Nucleic Acids

Nucleic acids are polymers of nucleotides, organic molecules composed of a sugar, a phosphate group, and a nitrogenous base. Nucleic acids are responsible for storage, replication, and expression of genetic information. They are “acids” because of the phosphate groups that are acidic in nature and “nucleic” because they are stored in the cell’s nucleus. The 2 nucleic acids most commonly seen in eukaryotic cells are deoxyribonucleic acid (DNA) and ribonucleic acid (RNA). Though chemically similar, DNA and RNA have specific biological functions to which their respective structures are tailored.

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Nucleic acids are polymers of nucleotides. Main classes:

  • Deoxyribonucleic acid (DNA
  • Ribonucleic acid (RNA)


Nucleotides are the basic units of a nucleic acid.

Composed of:

  • 5-carbon sugar
  • Nitrogenous base 
  • Phosphate group

5-carbon sugar:

  • Distinguishing factor between DNA and RNA: 
    • Ribose in RNA versus deoxyribose in DNA
    • The 2’ carbon is bound to a hydroxyl (OH) in RNA or a hydrogen (H) in DNA.
  • The 5’ carbon is bound to a phosphate group (PO4).
  • The 1’ carbon is bound to a nitrogenous base:
    • Adenine (A)
    • Guanine (G) 
    • Thymine (T) 
    • Cytosine (C)
    • Uracil (U)

Nitrogenous bases:

  • Purines: adenine and guanine (2-ring structures)
  • Pyrimidines: cytosine, thymine, and uracil (single-ring structures)
  • Complementary base pairing: Within nucleic acid polymers, purine bases pair exclusively with their complementary pyrimidine bases.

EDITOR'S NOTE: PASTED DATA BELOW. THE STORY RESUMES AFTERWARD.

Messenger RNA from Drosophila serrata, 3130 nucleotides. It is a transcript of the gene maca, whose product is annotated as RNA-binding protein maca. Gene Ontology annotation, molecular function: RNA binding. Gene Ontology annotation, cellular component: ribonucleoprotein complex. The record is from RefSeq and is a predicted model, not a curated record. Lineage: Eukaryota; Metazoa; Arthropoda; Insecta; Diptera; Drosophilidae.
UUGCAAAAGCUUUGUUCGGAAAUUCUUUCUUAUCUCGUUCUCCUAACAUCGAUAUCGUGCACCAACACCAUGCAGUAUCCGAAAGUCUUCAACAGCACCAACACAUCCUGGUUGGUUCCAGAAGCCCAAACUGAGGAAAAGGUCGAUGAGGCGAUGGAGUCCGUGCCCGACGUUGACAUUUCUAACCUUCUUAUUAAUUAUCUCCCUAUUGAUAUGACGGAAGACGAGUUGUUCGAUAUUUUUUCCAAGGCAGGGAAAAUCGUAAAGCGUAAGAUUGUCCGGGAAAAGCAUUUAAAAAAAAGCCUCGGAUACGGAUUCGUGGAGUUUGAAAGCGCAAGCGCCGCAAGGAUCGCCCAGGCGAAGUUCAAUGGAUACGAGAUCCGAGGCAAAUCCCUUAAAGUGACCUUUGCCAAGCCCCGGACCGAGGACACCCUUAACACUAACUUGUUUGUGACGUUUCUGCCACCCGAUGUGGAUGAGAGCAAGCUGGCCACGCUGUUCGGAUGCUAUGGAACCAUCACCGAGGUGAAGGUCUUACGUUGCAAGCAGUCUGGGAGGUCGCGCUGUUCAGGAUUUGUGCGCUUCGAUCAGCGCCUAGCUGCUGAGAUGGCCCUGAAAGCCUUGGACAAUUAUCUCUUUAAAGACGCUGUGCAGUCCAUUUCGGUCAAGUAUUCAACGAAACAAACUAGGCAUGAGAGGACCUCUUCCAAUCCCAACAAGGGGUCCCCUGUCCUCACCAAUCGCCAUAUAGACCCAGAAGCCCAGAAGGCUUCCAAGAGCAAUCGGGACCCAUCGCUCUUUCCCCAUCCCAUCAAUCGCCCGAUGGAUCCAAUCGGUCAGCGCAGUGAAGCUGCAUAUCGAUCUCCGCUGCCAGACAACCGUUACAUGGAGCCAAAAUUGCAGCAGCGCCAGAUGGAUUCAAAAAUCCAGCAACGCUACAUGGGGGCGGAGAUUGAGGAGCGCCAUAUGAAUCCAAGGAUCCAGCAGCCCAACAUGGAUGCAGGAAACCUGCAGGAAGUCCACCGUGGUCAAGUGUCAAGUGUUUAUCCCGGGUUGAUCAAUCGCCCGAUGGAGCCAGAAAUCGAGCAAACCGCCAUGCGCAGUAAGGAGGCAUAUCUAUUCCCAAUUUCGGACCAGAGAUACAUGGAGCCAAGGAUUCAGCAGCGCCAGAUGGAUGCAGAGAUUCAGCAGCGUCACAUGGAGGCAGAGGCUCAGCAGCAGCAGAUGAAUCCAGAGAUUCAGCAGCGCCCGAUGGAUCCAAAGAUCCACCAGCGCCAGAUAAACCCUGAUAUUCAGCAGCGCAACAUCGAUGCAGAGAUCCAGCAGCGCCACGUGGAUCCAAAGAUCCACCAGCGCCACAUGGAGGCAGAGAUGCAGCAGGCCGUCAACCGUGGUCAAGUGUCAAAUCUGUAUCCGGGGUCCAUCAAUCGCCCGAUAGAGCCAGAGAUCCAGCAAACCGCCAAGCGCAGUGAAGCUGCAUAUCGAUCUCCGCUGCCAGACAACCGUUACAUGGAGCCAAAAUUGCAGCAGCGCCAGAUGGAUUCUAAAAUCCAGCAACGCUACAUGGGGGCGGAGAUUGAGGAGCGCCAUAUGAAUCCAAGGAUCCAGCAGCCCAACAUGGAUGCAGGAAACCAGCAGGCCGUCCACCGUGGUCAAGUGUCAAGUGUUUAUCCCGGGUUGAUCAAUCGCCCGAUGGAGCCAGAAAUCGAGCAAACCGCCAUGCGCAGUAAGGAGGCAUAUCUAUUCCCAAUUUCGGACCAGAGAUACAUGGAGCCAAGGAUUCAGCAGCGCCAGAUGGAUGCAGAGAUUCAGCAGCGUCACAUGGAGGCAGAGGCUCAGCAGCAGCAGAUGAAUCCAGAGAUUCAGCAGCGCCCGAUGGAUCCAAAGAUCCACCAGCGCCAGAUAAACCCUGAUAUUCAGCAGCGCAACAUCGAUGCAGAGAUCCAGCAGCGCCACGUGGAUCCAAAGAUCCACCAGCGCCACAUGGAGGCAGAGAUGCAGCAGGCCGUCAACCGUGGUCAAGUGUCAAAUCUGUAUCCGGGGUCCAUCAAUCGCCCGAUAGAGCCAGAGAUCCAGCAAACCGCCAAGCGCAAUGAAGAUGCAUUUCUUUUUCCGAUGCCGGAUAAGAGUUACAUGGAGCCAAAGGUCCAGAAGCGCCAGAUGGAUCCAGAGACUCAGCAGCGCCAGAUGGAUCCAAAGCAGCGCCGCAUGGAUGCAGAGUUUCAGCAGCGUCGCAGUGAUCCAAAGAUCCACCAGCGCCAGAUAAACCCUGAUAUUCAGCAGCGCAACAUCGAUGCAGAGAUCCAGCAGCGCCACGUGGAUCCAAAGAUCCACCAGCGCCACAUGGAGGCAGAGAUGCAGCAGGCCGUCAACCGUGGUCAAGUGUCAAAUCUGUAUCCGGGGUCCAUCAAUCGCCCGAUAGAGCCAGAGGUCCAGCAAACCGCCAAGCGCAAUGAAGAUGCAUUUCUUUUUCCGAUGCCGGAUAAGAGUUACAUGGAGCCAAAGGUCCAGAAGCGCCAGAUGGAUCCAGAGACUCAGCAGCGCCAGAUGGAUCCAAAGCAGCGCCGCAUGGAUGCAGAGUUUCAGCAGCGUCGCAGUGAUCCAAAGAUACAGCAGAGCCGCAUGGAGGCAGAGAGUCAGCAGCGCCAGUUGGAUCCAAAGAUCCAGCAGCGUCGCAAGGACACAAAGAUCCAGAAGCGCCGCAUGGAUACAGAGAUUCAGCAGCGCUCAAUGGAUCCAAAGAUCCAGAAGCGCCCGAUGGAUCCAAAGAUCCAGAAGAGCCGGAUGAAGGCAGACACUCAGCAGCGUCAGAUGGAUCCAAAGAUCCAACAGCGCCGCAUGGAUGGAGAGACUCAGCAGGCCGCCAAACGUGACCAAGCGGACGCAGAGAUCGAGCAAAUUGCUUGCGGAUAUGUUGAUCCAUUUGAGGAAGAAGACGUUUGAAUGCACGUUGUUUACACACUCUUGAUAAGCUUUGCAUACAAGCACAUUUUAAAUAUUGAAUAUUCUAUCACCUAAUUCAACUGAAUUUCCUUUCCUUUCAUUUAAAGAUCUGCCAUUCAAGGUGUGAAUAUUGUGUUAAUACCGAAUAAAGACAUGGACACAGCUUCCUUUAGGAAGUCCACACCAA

• DNA: Adenine (A) pairs with thymine (T), and guanine (G) pairs with cytosine (C).
    • RNA: Adenine (A) pairs with thymine (U), and guanine (G) pairs with cytosine (C).
    • A-T bases held together by 2 H bonds
    • G-C bases held together by 3 H bonds

Nucleotides are assembled into nucleic acid polymers by adding 5’–3’ phosphodiester bonds:

  • Condensation reaction between the OH group on the 5’ carbon of 1 nucleotide and the H on the 3’ carbon from the next nucleotide 
  • Creates nucleotide chains with a free 5’ phosphate and 3’ OH to continue synthesis

Naming nucleotides:

  • Nucleoside monophosphate (e.g., adenosine monophosphate (AMP)): a nucleoside (organic base and pentose) and 1 phosphate group
  • Nucleoside diphosphate (e.g., adenosine diphosphate (ADP)): a nucleoside (organic base and pentose) and 2 phosphate groups
  • Nucleoside triphosphate (e.g., adenosine triphosphate (ATP)): a nucleoside (organic base and pentose) and 3 phosphate groups
  • For DNA, add “deoxy” to the base name (deoxyadenosine triphosphate).



DNA is the genetic blueprint for life, containing codes for genes.

  • Double-stranded helix (Watson, Crick, and Franklin) strands are complementary and antiparallel:
    • 5’–3’ (sense) strand
    • 3’–5’ (antisense) strand
    • The most common are B-DNA (right-handed helix), Z-DNA (left-handed helix), and A-DNA (compact helix), which are not found in cells.
  • Strands held to each other by:
    • Hydrogen bonds
    • Van der Waals forces
    • Hydrophobic interaction between base pairs
  • Chargaff’s rule: 
    • Due to complementary base pairing
    • In DNA, the number of A should equal T, G = C, and A + G = T + C.


  • In eukaryotes: found in nucleus and mitochondria as chromosomes